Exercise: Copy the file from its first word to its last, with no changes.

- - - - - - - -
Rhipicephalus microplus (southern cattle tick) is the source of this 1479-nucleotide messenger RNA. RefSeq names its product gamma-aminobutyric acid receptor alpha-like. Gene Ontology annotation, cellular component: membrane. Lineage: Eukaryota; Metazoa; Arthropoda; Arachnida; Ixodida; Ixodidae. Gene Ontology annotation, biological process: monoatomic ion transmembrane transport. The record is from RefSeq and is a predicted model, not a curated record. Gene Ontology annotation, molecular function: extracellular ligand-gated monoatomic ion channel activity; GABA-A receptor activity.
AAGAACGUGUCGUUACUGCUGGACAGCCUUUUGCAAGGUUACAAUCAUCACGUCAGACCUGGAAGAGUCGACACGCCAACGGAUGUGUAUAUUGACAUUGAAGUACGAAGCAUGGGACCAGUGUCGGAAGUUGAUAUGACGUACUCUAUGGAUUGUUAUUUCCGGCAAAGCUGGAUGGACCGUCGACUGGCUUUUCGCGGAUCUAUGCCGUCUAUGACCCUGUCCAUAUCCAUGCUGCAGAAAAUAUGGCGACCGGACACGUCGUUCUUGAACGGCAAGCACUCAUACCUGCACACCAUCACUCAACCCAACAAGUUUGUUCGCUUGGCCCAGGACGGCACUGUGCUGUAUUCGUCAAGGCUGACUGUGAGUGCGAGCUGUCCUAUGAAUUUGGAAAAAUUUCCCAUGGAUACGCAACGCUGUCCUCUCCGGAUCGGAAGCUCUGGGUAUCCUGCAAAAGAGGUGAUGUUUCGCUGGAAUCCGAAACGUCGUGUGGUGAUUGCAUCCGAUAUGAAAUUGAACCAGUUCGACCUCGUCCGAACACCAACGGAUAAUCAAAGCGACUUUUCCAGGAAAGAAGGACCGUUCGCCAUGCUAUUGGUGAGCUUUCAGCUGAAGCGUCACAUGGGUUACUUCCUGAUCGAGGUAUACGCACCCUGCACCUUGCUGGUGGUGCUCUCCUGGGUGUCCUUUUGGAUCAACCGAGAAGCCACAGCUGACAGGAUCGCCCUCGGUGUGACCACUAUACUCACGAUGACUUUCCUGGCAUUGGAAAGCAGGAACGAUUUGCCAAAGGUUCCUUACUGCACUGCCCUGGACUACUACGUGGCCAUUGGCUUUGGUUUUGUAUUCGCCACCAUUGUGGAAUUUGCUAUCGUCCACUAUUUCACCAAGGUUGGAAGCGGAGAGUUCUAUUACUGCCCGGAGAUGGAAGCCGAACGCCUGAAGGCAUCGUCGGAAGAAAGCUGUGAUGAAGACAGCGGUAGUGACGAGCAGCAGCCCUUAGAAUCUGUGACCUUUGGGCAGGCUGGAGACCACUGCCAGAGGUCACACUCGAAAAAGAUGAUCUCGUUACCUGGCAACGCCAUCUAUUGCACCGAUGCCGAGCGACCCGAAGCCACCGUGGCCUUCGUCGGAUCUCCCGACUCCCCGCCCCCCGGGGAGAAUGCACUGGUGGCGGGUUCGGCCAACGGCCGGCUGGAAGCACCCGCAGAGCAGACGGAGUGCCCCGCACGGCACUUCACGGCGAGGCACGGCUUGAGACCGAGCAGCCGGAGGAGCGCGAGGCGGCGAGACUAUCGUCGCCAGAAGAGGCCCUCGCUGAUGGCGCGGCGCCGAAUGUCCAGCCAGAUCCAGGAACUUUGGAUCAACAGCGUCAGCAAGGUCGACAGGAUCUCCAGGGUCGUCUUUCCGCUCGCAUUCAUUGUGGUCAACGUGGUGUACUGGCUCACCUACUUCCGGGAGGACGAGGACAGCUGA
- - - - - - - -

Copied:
Rhipicephalus microplus (southern cattle tick) is the source of this 1479-nucleotide messenger RNA. RefSeq names its product gamma-aminobutyric acid receptor alpha-like. Gene Ontology annotation, cellular component: membrane. Lineage: Eukaryota; Metazoa; Arthropoda; Arachnida; Ixodida; Ixodidae. Gene Ontology annotation, biological process: monoatomic ion transmembrane transport. The record is from RefSeq and is a predicted model, not a curated record. Gene Ontology annotation, molecular function: extracellular ligand-gated monoatomic ion channel activity; GABA-A receptor activity.
AAGAACGUGUCGUUACUGCUGGACAGCCUUUUGCAAGGUUACAAUCAUCACGUCAGACCUGGAAGAGUCGACACGCCAACGGAUGUGUAUAUUGACAUUGAAGUACGAAGCAUGGGACCAGUGUCGGAAGUUGAUAUGACGUACUCUAUGGAUUGUUAUUUCCGGCAAAGCUGGAUGGACCGUCGACUGGCUUUUCGCGGAUCUAUGCCGUCUAUGACCCUGUCCAUAUCCAUGCUGCAGAAAAUAUGGCGACCGGACACGUCGUUCUUGAACGGCAAGCACUCAUACCUGCACACCAUCACUCAACCCAACAAGUUUGUUCGCUUGGCCCAGGACGGCACUGUGCUGUAUUCGUCAAGGCUGACUGUGAGUGCGAGCUGUCCUAUGAAUUUGGAAAAAUUUCCCAUGGAUACGCAACGCUGUCCUCUCCGGAUCGGAAGCUCUGGGUAUCCUGCAAAAGAGGUGAUGUUUCGCUGGAAUCCGAAACGUCGUGUGGUGAUUGCAUCCGAUAUGAAAUUGAACCAGUUCGACCUCGUCCGAACACCAACGGAUAAUCAAAGCGACUUUUCCAGGAAAGAAGGACCGUUCGCCAUGCUAUUGGUGAGCUUUCAGCUGAAGCGUCACAUGGGUUACUUCCUGAUCGAGGUAUACGCACCCUGCACCUUGCUGGUGGUGCUCUCCUGGGUGUCCUUUUGGAUCAACCGAGAAGCCACAGCUGACAGGAUCGCCCUCGGUGUGACCACUAUACUCACGAUGACUUUCCUGGCAUUGGAAAGCAGGAACGAUUUGCCAAAGGUUCCUUACUGCACUGCCCUGGACUACUACGUGGCCAUUGGCUUUGGUUUUGUAUUCGCCACCAUUGUGGAAUUUGCUAUCGUCCACUAUUUCACCAAGGUUGGAAGCGGAGAGUUCUAUUACUGCCCGGAGAUGGAAGCCGAACGCCUGAAGGCAUCGUCGGAAGAAAGCUGUGAUGAAGACAGCGGUAGUGACGAGCAGCAGCCCUUAGAAUCUGUGACCUUUGGGCAGGCUGGAGACCACUGCCAGAGGUCACACUCGAAAAAGAUGAUCUCGUUACCUGGCAACGCCAUCUAUUGCACCGAUGCCGAGCGACCCGAAGCCACCGUGGCCUUCGUCGGAUCUCCCGACUCCCCGCCCCCCGGGGAGAAUGCACUGGUGGCGGGUUCGGCCAACGGCCGGCUGGAAGCACCCGCAGAGCAGACGGAGUGCCCCGCACGGCACUUCACGGCGAGGCACGGCUUGAGACCGAGCAGCCGGAGGAGCGCGAGGCGGCGAGACUAUCGUCGCCAGAAGAGGCCCUCGCUGAUGGCGCGGCGCCGAAUGUCCAGCCAGAUCCAGGAACUUUGGAUCAACAGCGUCAGCAAGGUCGACAGGAUCUCCAGGGUCGUCUUUCCGCUCGCAUUCAUUGUGGUCAACGUGGUGUACUGGCUCACCUACUUCCGGGAGGACGAGGACAGCUGA